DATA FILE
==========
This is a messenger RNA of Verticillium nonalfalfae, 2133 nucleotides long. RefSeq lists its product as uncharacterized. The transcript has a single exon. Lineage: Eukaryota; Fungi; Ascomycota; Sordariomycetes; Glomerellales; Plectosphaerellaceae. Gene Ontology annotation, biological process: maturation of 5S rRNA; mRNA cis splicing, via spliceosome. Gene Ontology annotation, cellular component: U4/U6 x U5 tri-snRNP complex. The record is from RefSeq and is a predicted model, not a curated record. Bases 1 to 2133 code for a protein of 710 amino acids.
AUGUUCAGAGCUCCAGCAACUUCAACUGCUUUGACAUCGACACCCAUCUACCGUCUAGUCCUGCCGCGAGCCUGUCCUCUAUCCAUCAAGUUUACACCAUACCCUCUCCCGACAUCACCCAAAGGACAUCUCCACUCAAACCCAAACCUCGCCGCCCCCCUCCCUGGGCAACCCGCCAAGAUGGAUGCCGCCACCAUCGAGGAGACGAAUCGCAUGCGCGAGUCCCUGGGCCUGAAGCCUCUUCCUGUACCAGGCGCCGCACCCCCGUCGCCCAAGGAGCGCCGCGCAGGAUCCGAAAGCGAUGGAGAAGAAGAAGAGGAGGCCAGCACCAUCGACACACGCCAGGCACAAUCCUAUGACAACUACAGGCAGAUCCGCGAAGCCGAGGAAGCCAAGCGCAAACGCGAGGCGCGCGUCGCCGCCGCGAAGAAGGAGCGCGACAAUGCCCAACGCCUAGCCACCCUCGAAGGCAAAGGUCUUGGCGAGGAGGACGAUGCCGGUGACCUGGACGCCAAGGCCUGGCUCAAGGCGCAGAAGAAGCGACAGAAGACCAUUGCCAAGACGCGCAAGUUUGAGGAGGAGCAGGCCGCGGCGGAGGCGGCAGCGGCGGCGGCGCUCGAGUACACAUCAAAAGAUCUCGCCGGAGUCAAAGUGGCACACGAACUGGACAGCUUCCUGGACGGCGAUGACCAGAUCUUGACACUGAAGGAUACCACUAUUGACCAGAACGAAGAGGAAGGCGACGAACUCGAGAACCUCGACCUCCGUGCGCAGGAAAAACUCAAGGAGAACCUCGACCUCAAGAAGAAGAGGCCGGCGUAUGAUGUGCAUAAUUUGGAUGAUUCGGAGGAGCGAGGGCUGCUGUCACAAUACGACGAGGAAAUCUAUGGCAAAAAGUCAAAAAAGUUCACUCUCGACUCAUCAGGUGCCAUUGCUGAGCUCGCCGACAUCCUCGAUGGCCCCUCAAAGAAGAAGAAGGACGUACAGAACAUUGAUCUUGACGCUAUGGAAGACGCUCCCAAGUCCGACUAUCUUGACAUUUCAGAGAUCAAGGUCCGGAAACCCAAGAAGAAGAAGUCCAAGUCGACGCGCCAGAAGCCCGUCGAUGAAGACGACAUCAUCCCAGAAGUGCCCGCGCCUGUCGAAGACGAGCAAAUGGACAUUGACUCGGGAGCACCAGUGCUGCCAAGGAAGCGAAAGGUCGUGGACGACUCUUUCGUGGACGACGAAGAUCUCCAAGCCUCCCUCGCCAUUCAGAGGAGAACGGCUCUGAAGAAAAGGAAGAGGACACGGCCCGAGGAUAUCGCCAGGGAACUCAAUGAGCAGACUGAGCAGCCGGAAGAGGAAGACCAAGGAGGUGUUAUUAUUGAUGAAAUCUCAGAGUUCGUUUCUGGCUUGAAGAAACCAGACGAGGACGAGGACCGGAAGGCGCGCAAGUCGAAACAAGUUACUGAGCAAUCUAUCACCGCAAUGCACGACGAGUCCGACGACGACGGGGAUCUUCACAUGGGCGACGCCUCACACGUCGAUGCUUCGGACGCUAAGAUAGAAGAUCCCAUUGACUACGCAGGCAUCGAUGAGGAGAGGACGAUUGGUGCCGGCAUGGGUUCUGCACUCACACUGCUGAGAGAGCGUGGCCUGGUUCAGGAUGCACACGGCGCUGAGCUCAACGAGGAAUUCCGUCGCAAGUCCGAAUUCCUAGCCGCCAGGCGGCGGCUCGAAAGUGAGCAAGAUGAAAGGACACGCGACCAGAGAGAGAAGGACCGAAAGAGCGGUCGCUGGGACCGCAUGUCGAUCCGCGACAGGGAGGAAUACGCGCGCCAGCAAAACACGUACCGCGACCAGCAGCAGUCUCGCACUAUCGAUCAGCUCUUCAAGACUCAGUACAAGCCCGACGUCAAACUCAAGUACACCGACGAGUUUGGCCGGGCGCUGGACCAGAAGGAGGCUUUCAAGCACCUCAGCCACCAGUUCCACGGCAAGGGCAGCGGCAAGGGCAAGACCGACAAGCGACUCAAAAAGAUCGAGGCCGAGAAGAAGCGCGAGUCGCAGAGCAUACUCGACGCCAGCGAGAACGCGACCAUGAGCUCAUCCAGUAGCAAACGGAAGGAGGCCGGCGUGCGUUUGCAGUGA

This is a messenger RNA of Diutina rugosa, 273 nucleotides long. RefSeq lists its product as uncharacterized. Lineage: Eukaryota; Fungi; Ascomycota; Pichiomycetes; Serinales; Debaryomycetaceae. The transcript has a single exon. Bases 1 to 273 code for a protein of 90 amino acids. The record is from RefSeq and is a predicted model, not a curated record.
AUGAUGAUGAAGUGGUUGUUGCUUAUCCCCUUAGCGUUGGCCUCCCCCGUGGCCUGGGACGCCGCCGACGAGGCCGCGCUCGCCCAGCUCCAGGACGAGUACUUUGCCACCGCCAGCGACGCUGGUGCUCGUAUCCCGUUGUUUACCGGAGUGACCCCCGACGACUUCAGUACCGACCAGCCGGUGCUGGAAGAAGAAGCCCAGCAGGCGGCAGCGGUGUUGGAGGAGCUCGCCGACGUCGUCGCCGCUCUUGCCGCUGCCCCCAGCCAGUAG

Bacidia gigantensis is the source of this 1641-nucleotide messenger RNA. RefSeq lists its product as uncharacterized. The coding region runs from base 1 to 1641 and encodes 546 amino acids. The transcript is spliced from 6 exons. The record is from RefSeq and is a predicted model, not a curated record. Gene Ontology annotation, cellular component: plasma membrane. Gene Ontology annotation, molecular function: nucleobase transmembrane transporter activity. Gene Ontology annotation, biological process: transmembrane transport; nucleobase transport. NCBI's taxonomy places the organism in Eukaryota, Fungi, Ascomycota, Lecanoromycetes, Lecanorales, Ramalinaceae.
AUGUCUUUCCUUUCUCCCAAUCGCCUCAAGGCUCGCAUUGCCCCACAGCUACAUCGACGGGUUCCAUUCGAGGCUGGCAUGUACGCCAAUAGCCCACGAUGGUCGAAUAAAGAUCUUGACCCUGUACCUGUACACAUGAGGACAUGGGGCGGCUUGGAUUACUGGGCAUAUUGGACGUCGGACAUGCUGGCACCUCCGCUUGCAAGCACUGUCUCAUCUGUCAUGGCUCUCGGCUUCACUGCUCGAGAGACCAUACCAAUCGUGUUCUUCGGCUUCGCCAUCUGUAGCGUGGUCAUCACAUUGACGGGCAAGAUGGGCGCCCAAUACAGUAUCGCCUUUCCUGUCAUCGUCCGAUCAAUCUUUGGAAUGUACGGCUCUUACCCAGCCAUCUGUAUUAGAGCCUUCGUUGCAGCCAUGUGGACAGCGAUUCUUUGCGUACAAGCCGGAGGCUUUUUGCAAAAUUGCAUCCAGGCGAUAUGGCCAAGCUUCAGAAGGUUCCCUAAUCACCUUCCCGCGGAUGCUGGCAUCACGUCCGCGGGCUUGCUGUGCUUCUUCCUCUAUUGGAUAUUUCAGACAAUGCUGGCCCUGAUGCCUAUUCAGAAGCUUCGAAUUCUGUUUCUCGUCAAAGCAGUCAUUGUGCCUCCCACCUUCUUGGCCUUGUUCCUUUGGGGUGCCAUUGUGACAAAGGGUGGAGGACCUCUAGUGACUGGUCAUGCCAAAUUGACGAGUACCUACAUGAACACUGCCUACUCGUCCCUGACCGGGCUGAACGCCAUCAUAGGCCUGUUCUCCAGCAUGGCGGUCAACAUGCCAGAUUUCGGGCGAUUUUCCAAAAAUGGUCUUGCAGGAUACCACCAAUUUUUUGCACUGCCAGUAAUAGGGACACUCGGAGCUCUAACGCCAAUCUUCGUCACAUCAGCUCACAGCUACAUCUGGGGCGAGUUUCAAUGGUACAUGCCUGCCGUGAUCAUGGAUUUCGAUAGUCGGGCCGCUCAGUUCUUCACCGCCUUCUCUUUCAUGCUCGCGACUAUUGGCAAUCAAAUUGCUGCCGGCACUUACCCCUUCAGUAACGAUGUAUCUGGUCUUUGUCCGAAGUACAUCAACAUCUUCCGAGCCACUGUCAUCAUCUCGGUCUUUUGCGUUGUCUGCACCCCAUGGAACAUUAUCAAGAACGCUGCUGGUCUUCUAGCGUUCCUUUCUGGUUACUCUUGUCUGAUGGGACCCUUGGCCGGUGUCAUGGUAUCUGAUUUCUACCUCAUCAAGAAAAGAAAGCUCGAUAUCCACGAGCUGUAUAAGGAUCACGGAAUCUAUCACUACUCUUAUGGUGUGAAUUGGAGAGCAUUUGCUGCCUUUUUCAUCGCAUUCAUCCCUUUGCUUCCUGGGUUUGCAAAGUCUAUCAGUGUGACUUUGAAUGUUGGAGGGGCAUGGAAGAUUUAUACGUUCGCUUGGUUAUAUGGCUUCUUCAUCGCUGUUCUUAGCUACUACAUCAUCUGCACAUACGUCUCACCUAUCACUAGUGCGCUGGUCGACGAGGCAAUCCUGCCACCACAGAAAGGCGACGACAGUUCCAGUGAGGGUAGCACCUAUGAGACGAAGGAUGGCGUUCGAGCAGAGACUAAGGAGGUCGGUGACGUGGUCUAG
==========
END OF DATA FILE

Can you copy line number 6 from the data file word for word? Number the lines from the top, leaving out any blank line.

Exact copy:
AUGUCUUUCCUUUCUCCCAAUCGCCUCAAGGCUCGCAUUGCCCCACAGCUACAUCGACGGGUUCCAUUCGAGGCUGGCAUGUACGCCAAUAGCCCACGAUGGUCGAAUAAAGAUCUUGACCCUGUACCUGUACACAUGAGGACAUGGGGCGGCUUGGAUUACUGGGCAUAUUGGACGUCGGACAUGCUGGCACCUCCGCUUGCAAGCACUGUCUCAUCUGUCAUGGCUCUCGGCUUCACUGCUCGAGAGACCAUACCAAUCGUGUUCUUCGGCUUCGCCAUCUGUAGCGUGGUCAUCACAUUGACGGGCAAGAUGGGCGCCCAAUACAGUAUCGCCUUUCCUGUCAUCGUCCGAUCAAUCUUUGGAAUGUACGGCUCUUACCCAGCCAUCUGUAUUAGAGCCUUCGUUGCAGCCAUGUGGACAGCGAUUCUUUGCGUACAAGCCGGAGGCUUUUUGCAAAAUUGCAUCCAGGCGAUAUGGCCAAGCUUCAGAAGGUUCCCUAAUCACCUUCCCGCGGAUGCUGGCAUCACGUCCGCGGGCUUGCUGUGCUUCUUCCUCUAUUGGAUAUUUCAGACAAUGCUGGCCCUGAUGCCUAUUCAGAAGCUUCGAAUUCUGUUUCUCGUCAAAGCAGUCAUUGUGCCUCCCACCUUCUUGGCCUUGUUCCUUUGGGGUGCCAUUGUGACAAAGGGUGGAGGACCUCUAGUGACUGGUCAUGCCAAAUUGACGAGUACCUACAUGAACACUGCCUACUCGUCCCUGACCGGGCUGAACGCCAUCAUAGGCCUGUUCUCCAGCAUGGCGGUCAACAUGCCAGAUUUCGGGCGAUUUUCCAAAAAUGGUCUUGCAGGAUACCACCAAUUUUUUGCACUGCCAGUAAUAGGGACACUCGGAGCUCUAACGCCAAUCUUCGUCACAUCAGCUCACAGCUACAUCUGGGGCGAGUUUCAAUGGUACAUGCCUGCCGUGAUCAUGGAUUUCGAUAGUCGGGCCGCUCAGUUCUUCACCGCCUUCUCUUUCAUGCUCGCGACUAUUGGCAAUCAAAUUGCUGCCGGCACUUACCCCUUCAGUAACGAUGUAUCUGGUCUUUGUCCGAAGUACAUCAACAUCUUCCGAGCCACUGUCAUCAUCUCGGUCUUUUGCGUUGUCUGCACCCCAUGGAACAUUAUCAAGAACGCUGCUGGUCUUCUAGCGUUCCUUUCUGGUUACUCUUGUCUGAUGGGACCCUUGGCCGGUGUCAUGGUAUCUGAUUUCUACCUCAUCAAGAAAAGAAAGCUCGAUAUCCACGAGCUGUAUAAGGAUCACGGAAUCUAUCACUACUCUUAUGGUGUGAAUUGGAGAGCAUUUGCUGCCUUUUUCAUCGCAUUCAUCCCUUUGCUUCCUGGGUUUGCAAAGUCUAUCAGUGUGACUUUGAAUGUUGGAGGGGCAUGGAAGAUUUAUACGUUCGCUUGGUUAUAUGGCUUCUUCAUCGCUGUUCUUAGCUACUACAUCAUCUGCACAUACGUCUCACCUAUCACUAGUGCGCUGGUCGACGAGGCAAUCCUGCCACCACAGAAAGGCGACGACAGUUCCAGUGAGGGUAGCACCUAUGAGACGAAGGAUGGCGUUCGAGCAGAGACUAAGGAGGUCGGUGACGUGGUCUAG